Friday, April 14, 2006



How does Social Security decide Disability cases?

The process used to decide social security disability and ssi cases is a bit complex but you can boil it down this way---when you file for disability benefits, the social security administration will (via the disability examiner at disability determination services or the bureau of disability determination):

1. Request your medical records.

2. Determine, after receipt of your medical records, whether or not you are disabled according the criteria set aside for Certain specificied illnesses (in the social security administration's impairment listing manual, a.k.a. the blue book)

3. Determine, if you do not meet or equal the requirements of a listing, whether or not you are disabled according to the sequential evaluation process.

What is the sequential evaluation process? It is the process by which most claims are decided. Basically, a claimant must have an impairment that A. is considered to be severe, and B. either has prevented, or will prevent, them from working (one of their past jobs or any "other" form of work) for at least 12 months.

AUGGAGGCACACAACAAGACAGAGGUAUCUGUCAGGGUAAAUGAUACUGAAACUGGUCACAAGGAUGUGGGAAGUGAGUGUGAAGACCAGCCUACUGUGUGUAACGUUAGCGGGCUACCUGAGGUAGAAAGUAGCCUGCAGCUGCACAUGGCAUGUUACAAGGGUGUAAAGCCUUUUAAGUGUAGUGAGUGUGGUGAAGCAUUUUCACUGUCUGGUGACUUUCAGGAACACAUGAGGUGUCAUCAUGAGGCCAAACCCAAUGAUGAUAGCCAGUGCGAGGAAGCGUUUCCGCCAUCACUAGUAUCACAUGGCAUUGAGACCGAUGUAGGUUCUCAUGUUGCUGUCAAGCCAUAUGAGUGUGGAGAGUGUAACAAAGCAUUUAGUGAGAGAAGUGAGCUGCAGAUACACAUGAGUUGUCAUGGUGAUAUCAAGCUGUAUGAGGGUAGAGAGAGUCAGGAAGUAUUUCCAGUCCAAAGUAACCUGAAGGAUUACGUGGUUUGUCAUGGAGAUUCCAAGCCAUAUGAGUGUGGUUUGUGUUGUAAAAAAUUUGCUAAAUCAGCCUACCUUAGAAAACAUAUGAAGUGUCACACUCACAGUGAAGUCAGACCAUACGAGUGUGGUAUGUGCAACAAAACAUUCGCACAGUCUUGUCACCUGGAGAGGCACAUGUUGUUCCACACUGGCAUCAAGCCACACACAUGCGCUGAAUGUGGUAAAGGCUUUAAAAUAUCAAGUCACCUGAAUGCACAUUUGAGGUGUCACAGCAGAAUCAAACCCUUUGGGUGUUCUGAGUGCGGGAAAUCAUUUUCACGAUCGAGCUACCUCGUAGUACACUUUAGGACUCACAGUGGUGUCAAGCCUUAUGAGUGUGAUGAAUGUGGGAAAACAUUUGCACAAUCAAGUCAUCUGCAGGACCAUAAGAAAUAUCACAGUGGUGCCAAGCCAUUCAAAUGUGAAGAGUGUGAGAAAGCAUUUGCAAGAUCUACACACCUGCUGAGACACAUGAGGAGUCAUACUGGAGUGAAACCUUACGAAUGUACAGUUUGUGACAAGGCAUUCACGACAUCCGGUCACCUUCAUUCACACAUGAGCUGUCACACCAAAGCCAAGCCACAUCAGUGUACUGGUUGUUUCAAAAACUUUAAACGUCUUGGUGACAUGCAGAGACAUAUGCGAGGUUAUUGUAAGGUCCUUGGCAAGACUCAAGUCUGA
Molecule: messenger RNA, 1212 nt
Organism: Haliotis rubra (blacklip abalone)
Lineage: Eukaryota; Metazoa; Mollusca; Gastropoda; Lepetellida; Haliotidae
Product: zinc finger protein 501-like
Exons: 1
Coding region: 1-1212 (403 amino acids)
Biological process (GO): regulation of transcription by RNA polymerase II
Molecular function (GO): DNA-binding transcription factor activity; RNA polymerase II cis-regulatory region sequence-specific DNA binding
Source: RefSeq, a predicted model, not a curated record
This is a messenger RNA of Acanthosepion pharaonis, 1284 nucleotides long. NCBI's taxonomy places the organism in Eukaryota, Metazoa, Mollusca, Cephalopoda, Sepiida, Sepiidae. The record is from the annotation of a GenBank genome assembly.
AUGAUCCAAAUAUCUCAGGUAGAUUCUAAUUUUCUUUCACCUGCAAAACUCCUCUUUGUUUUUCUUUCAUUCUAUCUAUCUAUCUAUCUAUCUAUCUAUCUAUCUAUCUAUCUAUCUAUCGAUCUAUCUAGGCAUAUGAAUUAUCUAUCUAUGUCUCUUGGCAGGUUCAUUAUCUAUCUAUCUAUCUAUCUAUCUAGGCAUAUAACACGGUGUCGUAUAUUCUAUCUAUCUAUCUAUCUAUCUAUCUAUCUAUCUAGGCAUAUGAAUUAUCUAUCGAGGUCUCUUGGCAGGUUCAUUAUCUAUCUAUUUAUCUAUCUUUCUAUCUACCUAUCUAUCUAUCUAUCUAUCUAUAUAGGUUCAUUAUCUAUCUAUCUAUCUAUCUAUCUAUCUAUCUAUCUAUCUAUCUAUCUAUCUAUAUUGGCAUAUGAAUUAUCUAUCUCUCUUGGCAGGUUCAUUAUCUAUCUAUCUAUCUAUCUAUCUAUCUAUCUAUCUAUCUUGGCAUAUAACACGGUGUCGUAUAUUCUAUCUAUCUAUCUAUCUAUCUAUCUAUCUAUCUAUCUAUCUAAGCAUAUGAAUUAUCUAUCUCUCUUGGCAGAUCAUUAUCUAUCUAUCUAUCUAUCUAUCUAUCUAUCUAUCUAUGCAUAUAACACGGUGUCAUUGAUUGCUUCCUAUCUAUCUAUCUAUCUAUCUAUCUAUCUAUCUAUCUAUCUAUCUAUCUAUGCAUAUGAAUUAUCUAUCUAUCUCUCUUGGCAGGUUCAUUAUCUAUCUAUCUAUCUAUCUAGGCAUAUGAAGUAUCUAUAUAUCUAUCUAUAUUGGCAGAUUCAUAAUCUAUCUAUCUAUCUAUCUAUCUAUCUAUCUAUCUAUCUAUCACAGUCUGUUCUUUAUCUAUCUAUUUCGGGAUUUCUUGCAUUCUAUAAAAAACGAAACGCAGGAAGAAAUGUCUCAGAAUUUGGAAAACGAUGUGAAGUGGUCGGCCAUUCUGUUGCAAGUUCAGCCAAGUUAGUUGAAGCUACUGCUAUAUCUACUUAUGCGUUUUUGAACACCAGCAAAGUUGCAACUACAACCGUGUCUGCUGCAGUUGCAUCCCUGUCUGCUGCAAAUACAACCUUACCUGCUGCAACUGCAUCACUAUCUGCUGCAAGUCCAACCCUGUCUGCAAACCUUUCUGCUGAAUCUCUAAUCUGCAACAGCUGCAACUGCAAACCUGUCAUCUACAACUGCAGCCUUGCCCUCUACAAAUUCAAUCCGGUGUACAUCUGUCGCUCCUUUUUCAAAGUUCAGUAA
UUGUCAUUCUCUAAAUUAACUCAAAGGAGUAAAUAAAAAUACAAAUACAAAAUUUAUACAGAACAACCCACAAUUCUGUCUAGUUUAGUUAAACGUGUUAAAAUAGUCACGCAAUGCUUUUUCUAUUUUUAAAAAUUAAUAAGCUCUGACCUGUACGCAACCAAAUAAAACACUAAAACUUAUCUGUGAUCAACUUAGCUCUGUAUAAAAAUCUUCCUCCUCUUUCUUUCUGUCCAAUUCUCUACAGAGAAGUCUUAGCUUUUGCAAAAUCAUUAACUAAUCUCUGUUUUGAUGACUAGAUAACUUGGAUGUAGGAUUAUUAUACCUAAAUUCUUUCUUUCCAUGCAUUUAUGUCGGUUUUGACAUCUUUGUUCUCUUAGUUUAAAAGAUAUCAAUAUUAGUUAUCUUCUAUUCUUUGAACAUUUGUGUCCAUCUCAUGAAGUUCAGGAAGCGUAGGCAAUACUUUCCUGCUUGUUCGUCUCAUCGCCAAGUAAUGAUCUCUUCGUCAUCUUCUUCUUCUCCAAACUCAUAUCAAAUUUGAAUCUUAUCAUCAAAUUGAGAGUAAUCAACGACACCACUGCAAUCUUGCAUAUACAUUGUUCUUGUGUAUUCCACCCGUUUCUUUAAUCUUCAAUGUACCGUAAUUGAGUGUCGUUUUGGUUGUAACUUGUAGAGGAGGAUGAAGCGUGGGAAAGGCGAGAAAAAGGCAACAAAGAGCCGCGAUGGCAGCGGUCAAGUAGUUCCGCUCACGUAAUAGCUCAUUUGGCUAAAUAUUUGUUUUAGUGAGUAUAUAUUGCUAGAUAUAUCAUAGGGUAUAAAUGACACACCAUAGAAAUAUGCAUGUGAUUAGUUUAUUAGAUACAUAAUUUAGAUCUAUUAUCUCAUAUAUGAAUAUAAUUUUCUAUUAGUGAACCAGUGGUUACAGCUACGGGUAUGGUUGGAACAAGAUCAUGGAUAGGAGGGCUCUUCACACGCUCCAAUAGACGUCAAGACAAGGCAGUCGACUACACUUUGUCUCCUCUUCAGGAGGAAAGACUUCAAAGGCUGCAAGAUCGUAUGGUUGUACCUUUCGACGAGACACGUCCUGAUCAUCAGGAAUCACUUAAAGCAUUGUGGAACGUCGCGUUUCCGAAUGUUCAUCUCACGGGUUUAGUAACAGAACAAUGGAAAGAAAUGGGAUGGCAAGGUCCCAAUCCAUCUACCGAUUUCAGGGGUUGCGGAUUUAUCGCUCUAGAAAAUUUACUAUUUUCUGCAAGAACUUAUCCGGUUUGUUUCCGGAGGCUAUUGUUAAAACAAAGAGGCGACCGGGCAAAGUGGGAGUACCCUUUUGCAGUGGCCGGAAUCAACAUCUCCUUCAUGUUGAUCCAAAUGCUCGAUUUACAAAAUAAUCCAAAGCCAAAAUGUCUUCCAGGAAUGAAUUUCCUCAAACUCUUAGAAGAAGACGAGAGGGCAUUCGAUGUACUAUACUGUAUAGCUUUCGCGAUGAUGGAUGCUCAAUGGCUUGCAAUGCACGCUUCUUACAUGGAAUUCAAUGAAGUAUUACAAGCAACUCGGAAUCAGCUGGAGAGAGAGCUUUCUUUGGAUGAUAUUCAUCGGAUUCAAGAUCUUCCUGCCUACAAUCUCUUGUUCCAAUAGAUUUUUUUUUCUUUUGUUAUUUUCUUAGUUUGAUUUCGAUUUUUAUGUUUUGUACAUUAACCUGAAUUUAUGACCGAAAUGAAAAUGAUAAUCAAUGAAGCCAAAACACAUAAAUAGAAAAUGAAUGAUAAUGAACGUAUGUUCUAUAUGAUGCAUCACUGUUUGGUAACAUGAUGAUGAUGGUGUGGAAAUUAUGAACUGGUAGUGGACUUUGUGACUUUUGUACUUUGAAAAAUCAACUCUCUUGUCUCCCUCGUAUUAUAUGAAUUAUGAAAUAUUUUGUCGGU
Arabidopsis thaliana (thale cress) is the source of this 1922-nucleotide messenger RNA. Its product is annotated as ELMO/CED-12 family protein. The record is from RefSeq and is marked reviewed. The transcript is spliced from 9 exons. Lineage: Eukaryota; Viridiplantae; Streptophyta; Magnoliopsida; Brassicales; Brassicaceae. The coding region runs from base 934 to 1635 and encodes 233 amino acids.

This is a very simplified and watered down explanation for the process, of course, but this is basically how it works. Obviously, in all cases, a claimant's medical records will be of the utmost importance. And for individuals who do not meet or equal a specified listing, the nature and requirements of their former jobs will be important as well.



Return to the Social Security Disability SSI Benefits Blog




Other Posts

How to get SSI
What is the decision making process on a Disability claim?
Getting a Disability Lawyer - Information for Disability Claims ?
Apply for SSI
Disability lawyer - when to get one
Social Security Disability SSI Massachusetts

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